Quiet friend who has come so far,

feel how your breathing makes more space around you.
Let this darkness be a bell tower
and you the bell. As you ring,

what batters you becomes your strength.
Move back and forth into the change.
What is it like, such intensity of pain?
If the drink is bitter, turn yourself to wine.

In this uncontainable night,
be the mystery at the crossroads of your senses,
the meaning discovered there.

And if the world has ceased to hear you,
say to the silent earth: I flow.
To the rushing water, speak: I am.

from Sonnets to Orpheus, II:29, translated by Joanna Macy and Anita Barrows

Feeling the edge between being and doing

I woke up in the middle of last night with what could only be called an anxiety.  The fear was one of possibly being overwhelmed.  Since I decided to join Extinction Rebellion last spring, I have stayed at the edge of it – watching, listening, and learning.  I have observed how many of the other local members are really involving themselves in terms of their time and commitment, but not felt I wanted this level of involvement.  I joined the XR Devon Drummers and attend practices most Sunday afternoons, as well as playing with them in a few local actions.  The furthest I have gone with them is to Plymouth.  I still feel at the edge of the band, and am quite happy with this.  It’s challenging enough for me to play a new instrument (agogo) and also understand all the signals, and I am still on a learning curve. I want to be more-or-less confident by the time April comes when I intend to go up to London and play.

But yesterday I went to a meeting with a different XR group – the biodiversity group – and found myself stepping over the edge a bit. The group want to plan something “eye-catching” for Earth Day during the April rebellion outside Parliament that confronts current fishing and farming practices and legislation.  I volunteered to take notes – simple enough and an “at the edge” kind of role – but somehow I began feeling more “involved” and was informed of the need to learn a lot more about how XR communicate and operate. Why should this matter?  After all, I really want to do something meaningful to help protect the wildlife and natural environment.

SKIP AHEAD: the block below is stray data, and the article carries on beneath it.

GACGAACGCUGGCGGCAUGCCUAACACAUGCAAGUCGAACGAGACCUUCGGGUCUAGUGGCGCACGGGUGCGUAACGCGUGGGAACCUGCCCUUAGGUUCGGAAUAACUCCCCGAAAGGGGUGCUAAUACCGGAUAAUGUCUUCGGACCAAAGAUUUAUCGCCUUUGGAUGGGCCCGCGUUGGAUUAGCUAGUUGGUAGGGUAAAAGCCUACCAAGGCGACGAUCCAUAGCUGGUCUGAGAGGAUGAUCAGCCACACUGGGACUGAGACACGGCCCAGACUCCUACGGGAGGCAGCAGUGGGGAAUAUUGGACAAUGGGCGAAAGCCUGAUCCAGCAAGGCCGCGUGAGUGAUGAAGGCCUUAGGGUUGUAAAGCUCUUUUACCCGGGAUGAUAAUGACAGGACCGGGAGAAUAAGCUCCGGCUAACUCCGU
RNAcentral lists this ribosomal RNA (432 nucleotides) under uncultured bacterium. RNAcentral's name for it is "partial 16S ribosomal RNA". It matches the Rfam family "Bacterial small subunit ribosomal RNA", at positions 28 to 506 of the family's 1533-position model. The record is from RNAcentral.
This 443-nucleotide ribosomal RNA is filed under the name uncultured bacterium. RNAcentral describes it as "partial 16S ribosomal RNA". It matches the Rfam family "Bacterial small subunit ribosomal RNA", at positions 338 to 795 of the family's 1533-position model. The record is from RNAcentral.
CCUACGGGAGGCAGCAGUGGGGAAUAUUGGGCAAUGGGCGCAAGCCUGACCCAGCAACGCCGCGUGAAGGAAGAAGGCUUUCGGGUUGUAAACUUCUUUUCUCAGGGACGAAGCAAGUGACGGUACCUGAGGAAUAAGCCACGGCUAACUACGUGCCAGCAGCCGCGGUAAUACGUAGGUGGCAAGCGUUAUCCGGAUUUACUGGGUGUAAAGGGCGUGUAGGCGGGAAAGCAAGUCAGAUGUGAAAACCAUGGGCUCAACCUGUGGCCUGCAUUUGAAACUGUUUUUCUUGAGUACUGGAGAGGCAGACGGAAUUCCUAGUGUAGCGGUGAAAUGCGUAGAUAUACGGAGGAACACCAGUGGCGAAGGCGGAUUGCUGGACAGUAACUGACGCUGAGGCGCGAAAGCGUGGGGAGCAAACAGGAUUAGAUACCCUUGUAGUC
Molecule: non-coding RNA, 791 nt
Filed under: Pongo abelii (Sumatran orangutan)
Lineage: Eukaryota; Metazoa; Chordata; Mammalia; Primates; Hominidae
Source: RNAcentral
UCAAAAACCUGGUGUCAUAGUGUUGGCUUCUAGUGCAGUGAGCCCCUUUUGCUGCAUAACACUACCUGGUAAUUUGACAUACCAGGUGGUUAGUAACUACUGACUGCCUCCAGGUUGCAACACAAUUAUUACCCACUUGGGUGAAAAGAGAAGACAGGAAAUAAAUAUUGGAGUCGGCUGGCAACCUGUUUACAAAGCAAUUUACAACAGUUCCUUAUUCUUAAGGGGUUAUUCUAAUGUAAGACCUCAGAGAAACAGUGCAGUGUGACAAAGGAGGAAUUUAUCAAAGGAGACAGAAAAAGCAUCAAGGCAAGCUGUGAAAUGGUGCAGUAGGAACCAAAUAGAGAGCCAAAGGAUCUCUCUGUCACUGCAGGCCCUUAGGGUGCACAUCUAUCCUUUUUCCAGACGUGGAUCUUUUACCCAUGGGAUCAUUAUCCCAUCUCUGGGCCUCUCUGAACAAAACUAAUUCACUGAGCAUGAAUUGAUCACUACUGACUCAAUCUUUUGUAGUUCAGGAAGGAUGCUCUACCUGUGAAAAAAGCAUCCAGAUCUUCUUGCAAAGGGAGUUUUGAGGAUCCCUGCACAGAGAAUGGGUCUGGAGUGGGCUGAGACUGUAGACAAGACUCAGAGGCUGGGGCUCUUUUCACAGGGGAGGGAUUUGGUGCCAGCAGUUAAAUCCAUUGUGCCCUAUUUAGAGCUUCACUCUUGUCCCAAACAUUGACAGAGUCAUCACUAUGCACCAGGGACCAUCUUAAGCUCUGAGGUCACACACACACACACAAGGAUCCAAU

Central to my enquiry into The Edge is “feeling the edge” – being sensitive and aware about how I respond to opening to and moving in any direction at a perceived edge.  The edge is a place of risk.  Of course, whatever direction one moves in will bring change – but an edge has a sense of some real unknown, some risk.  So, I woke up with anxiety.  I identified the perceived edge here as between Being and Doing.  All my adult life, until I retired, I was mostly a “Doer”, despite the longing to “Be”.  Since then I have been learning to “Be” – giving it space in my life and becoming sensitive to the joys it brings.  It is essential to my poetry, to my whole inner life, and also to my ability to relate.  I still like to do, but work hard to find the balance between them.  For me, it is an edge.  Having both the mini-stroke and then Long Covid taught me a lot about just being, as I couldn’t do otherwise.  There were immense gifts from these experiences.  I am at the edge now, feeling the risk of loss and overwhelm if I go too far into doing.  I want to do more for XR, but fear losing some of the other parts of my life that nourish me: writing, editing, immersing myself in nature, dharma practice, this enquiry…

I was finally able to go back to sleep after making some notes, identifying the fear and jotting down some strategies for handling this particular edge.  When writing about my desire for freedom in Touching the Flame, I recognised a desire to be held or contained as well.  I think this is what is needed at this edge.  I need containers around time and commitment.  At the moment these involve my making a list of what I want in my life in terms of doing and being, and using my diary to put in spaces for each.  We shall see if this is enough to enable me to move and balance at this edge.